Sunday, April 22, 2012

The Pearl 6:6-7 In The Covenant of Moses Is They Brightness Shadowed Forth

St. Ephrem's The Pearl 6:6

Since they have extolled thee too much,
Or have lowered thee too much,
Bring them to an even level.

Come down,
Descend a little that height of infidelity and heathendom;
And come up from the depth of Judaism, though thou art in Heaven.
Let our Lord be set between God and men!
Let the Prophets be as it were His heralds!
Let the Just One, as being His Father, rejoice!
That Word it is which conquered both Jews and Heathen!


Come, Thou Gift of Holy Church, stay, rest in the midst of Her!
The circumsized have troubled Thee,
In that they are vain babblers,
And so have the [false] doctrines in that they are contentious.

Blessed be He that gave Thee a good company which bears Thee about!
In the covenant of Moses is Thy brightness shadowed forth:
In the new covenant Thou dartest forth:
From those first Thy light shineth forth unto those last.
Blessed be He that gave us Thy gleam
As well as Thy bright rays.

Thursday, April 19, 2012

The Spiritual Condition of Infants (a review)

Have you ever taken a seemingly insignificant topic, idea, or person, and delved into that subject learning all the interactions and facets connected to it?  Several years ago a friend lent me the book Cod, which did exactly as described above.  The author took this ubiquitous fish and explored it in the history of Western peoples, and lo and behold, not only did you learn about this fish, but the whole of history began to open with connections and causes you never grasped in high school Western Civ. 

Theology works in similar ways.  Taking a small tangential subject and exploring how others have wrestled with one issue opens up the way that person thinks about God, Christ, Sin, Salvation and the Church.  When all research is done and the topic is laid bare on the table, you end up with much more than you expected. 

Adam Harwood did this with The Spiritual Condition of Infants: A Biblical-Historical Survey and Systematic Proposal.  Harwood is a professor at the Georgia Baptist college, Truett McConnell, and grapples with an issue painful for anyone who has lost children and thorny for the Christian friend or clergy called to minister to a friend in time of crisis. 

This is not some dry academic tome, although there is no doubt he has done his homework.  It is packaged in a readable work, full of personal stories and historical narratives, navigating the tragic nature and steps of logic necessary for such a topic.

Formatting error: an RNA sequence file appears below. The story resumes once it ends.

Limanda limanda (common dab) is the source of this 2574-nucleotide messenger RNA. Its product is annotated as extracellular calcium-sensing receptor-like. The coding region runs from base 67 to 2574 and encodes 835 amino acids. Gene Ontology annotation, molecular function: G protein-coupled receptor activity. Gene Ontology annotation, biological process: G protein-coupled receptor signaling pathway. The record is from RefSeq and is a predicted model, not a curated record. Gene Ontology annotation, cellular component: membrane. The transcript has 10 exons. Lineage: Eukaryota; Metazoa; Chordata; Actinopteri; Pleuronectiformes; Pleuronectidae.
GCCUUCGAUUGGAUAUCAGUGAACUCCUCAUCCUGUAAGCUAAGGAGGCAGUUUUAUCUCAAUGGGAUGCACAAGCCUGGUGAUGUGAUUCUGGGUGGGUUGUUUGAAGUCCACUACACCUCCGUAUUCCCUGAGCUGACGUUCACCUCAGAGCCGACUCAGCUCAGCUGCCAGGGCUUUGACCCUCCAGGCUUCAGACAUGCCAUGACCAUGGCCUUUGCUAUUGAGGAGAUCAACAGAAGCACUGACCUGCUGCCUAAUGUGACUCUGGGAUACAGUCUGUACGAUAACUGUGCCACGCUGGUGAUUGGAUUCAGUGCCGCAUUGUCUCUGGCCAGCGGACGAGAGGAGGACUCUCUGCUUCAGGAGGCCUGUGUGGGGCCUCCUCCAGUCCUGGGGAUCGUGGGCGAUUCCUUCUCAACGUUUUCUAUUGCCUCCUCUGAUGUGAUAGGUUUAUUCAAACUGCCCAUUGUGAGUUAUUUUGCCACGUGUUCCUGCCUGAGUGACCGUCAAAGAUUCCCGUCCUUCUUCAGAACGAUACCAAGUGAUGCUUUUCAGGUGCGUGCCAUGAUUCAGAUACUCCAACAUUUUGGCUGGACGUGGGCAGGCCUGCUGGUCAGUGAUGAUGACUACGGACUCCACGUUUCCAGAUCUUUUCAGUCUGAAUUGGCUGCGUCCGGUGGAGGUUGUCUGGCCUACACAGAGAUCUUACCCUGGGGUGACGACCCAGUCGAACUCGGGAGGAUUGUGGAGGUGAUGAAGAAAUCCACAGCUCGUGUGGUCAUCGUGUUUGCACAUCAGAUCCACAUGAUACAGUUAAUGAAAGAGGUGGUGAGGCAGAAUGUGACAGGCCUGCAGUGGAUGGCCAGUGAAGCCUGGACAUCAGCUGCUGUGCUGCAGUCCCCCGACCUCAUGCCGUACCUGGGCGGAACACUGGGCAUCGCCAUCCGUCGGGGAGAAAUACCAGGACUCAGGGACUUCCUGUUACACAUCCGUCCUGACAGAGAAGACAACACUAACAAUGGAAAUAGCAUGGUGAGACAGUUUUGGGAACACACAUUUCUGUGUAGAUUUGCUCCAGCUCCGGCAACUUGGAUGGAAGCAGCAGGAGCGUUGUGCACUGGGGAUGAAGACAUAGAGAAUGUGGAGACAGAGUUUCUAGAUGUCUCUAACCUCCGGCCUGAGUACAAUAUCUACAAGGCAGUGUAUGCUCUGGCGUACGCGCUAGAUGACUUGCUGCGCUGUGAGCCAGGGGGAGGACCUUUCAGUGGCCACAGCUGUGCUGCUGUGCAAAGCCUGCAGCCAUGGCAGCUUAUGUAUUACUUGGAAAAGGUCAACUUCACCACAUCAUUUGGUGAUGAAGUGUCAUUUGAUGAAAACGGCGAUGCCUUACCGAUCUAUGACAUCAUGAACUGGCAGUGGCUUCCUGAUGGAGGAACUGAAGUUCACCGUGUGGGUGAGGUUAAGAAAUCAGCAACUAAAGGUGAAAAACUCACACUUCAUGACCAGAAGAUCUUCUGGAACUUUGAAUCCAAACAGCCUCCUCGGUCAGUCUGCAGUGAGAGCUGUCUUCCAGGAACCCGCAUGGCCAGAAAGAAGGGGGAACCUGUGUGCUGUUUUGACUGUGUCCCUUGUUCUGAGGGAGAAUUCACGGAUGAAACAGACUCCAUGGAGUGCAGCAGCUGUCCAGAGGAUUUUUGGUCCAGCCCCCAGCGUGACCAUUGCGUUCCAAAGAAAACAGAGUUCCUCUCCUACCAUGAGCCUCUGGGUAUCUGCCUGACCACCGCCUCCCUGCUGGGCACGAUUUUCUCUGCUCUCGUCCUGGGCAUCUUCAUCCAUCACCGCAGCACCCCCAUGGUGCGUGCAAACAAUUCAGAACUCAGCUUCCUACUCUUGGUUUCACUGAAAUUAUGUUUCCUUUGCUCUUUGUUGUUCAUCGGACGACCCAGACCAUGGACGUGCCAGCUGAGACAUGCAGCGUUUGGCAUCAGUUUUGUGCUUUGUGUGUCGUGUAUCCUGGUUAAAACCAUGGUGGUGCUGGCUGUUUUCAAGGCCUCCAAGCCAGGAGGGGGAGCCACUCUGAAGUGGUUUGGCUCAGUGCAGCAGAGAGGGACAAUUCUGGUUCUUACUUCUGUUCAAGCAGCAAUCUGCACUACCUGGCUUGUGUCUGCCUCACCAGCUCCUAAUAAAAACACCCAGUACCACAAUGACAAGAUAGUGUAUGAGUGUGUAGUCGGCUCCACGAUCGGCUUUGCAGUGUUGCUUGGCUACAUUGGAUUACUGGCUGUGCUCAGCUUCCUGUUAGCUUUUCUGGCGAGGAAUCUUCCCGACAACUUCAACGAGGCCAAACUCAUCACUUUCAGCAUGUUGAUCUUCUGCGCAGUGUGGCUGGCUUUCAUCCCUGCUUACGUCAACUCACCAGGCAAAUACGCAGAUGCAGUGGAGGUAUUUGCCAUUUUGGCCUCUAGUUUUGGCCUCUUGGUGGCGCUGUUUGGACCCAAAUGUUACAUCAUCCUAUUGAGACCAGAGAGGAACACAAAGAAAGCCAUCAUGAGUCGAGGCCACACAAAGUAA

The book begins with the author stating his assumptions about the topic and how he came to interact with this subject and the theologians he has wrestled with along the way.  Related topics and questions are considered, and then he jumps headlong into the historical treatment of the fate of infants. 

His historical survey looks at both East and West, but the East is a small chapter compared to the bulk of the book dedicated to Western views, primarily in the Reformed, Anabaptist, and Baptist traditions.  This is to be expected.  Harwood himself is Baptist, and he should know his tradition well, and there seems to be enough diversity in these views allowing for a lengthy discussion. 

His review of the East is commendable, because he includes and gives credence to a portion of Christianity often ignored.  Irenaeus, Gregory the Theologian (Nazianus), and Gregory of Nyssa are the prime theologians considered.  And while it is a small chapter, he does well, because the East doesn’t have many of the theological problems making this a tougher issue for the West.  One fact stands out clearly in this book:  Western theology is primarily a struggle and response to Augustine.  This is not true only in the Roman Catholic world, but the Protestant world as well. 

The problem of the West is man inherits a sin nature from Adam, and in some quarters this inheritance includes the guilt or condemnation of Adam.  So each person is born condemned and deserving of eternal punishment.  Each theologian tries to escape this problem with a solution including exceptional mercy on the part of God (through baptism or family ties) or an inherited nature not equating to inherited guilt.